Terry Bradshaw is a former quarterback turned outspoken football analyst who’s both incredibly popular and wealthy. He still has challenges he faces, however. Bradshaw has struggled with a learning disability (ADD) and mental illness (clinical depression) for much of his life.
While it’s been a battle for the former Pittsburgh Steeler, he hasn’t let it define him and he’s gotten treatment for it. Let’s take a closer look at Bradshaw’s struggle and his story.
Terry Bradshaw’s career overview
The Pittsburgh Steelers drafted Bradshaw with the first overall pick of the 1970 NFL Draft. He played his entire career in the Steel City, retiring following the 1983 season. He finished with an overall record of 107-51 and 212 touchdown passes.
Bradshaw’s numbers may not seem like much compared to the gaudy passing statistics of today’s NFL, but it’s important to put his accomplishments in their proper context.
Bradshaw played in a time when passing wasn’t as widely used as it is now — the running game was featured much more prominently. Because of that, his totals may not add up to today’s greats. But Bradshaw made three Pro Bowls and won four Super Bowl championships. There are few quarterbacks who can claim either.
Following his pro career, Bradshaw moved to the studio to become an analyst. He’s most famous for appearing as part of the flagship crew for the NFL on Fox Sunday broadcasts in 1994.
He’s been with Fox ever since, and he currently mans the desk with Curt Menefee, Howie Long, Jimmy Johnson, and Michael Strahan.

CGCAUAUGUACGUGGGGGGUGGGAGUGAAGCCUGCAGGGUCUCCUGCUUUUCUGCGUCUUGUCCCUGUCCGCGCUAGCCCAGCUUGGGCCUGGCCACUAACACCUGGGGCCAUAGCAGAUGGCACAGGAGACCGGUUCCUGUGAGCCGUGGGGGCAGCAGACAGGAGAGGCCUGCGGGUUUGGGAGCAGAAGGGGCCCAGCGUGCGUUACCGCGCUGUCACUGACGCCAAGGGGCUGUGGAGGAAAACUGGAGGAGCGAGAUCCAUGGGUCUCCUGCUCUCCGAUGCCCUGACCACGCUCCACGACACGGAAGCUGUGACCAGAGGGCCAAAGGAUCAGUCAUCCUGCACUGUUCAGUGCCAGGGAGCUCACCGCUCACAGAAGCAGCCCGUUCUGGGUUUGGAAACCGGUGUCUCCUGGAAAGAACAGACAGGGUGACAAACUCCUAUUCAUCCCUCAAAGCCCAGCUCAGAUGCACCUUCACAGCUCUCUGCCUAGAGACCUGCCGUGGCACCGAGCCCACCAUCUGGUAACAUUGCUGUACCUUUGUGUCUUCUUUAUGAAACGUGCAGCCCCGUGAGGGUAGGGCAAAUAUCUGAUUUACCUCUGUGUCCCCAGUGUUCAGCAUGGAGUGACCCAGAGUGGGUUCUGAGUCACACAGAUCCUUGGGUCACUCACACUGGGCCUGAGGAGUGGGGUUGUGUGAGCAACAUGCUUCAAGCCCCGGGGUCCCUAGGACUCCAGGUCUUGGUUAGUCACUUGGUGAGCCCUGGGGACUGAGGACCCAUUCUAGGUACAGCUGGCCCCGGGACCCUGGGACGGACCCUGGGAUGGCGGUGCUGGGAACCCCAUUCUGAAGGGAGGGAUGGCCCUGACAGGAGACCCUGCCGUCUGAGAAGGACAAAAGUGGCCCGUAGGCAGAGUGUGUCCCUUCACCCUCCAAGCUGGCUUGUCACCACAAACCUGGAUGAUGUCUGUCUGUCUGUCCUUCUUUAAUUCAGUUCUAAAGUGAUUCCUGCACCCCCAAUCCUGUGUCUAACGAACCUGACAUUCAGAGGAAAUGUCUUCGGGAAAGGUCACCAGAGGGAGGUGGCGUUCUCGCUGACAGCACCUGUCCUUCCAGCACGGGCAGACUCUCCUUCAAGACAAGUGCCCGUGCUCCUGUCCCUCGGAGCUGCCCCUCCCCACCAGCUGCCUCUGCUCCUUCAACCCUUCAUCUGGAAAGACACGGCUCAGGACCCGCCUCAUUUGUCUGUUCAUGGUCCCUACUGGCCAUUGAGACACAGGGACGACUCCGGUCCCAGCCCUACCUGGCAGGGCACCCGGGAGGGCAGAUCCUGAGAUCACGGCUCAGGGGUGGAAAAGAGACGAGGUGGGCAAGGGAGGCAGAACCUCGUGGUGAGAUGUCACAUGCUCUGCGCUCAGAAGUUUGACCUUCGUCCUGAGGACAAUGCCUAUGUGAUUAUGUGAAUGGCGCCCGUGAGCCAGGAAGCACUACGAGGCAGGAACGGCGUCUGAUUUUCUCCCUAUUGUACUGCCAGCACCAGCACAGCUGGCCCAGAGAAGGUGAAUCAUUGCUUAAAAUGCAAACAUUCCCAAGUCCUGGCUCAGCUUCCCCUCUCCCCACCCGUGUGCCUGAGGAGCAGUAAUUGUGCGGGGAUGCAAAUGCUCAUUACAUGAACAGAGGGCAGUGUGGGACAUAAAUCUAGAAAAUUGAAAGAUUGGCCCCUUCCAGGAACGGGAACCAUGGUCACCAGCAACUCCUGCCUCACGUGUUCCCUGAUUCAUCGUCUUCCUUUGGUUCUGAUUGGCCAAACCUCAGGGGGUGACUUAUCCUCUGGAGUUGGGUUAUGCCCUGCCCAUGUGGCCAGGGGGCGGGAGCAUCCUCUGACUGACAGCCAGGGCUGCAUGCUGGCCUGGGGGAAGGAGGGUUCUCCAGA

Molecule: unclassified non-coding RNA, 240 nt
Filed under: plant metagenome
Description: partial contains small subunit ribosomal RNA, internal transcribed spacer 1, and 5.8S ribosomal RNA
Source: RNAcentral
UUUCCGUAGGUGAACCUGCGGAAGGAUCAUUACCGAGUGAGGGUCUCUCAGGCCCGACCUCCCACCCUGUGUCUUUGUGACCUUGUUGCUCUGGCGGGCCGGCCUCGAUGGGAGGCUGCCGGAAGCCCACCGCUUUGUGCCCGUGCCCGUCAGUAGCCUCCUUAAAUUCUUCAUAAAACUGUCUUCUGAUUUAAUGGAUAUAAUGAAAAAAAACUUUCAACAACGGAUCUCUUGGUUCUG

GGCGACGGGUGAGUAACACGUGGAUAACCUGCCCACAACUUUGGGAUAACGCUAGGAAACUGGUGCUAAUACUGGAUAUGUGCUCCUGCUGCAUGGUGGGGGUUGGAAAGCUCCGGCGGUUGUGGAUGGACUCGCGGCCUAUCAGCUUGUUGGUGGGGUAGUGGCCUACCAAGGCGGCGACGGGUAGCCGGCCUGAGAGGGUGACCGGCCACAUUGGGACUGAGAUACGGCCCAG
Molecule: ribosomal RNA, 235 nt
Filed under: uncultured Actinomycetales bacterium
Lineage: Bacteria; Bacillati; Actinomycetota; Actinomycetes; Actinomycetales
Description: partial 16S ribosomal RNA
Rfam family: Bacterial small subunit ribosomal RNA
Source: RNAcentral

What was the low point?
While Terry Bradshaw has had a fortunate life in many respects, he’s still had his fair share of obstacles. According to a profile on Bradshaw for the site HopeToCope.com, the former quarterback has had experiences with both ADD and depression.
Bradshaw battled depression throughout his career, recounting a time when he broke down and cried on the field at Three Rivers Stadium during a game.
Bradshaw described his low point as occurring when his third wife left him in 1999. The two had been married for 16 years and had two daughters together.
Depression consumed Bradshaw, and he began drinking heavily to cope. He quickly realized it was not the healthiest way to deal with his problems.
How Terry Bradshaw has learned to deal with his challenges
According to Bleacher Report, a doctor diagnosed Bradshaw with clinical depression in 1999. He began taking medication that helped him deal with his issues, and he said it was a big part of his recovery:
“When you’re clinically depressed the serotonin in your brain is out of balance and probably always will be out of balance. So I take medication to get that proper balance back. I’ll probably have to be on it the rest of my life.”
Bradshaw also wrote a book about dealing with depression, one he said many men have approached him about and thanked him for. Per his interview with HopetoCope:
“…I have had men, and it’s at the grocery store. Honest to goodness. They’ll shuffle over to me, fidgeting in the aisle and go, “Hey, man. I read your book. I got depression too. Appreciate all you’re doing for us now.” And then they’ll leave and go away.…”
It’s an inspiring thing to see someone who seemingly has it all experience depression and then deal with it in healthy ways. While Bradshaw’s initial decision to turn to alcohol only left him more despondent, he got help and treatment.
He’s also serving as an example for others by sharing his story. Bradshaw is proof positive that no matter how rich and successful you are, depression can impact anyone.
All stats courtesy of Pro Football Reference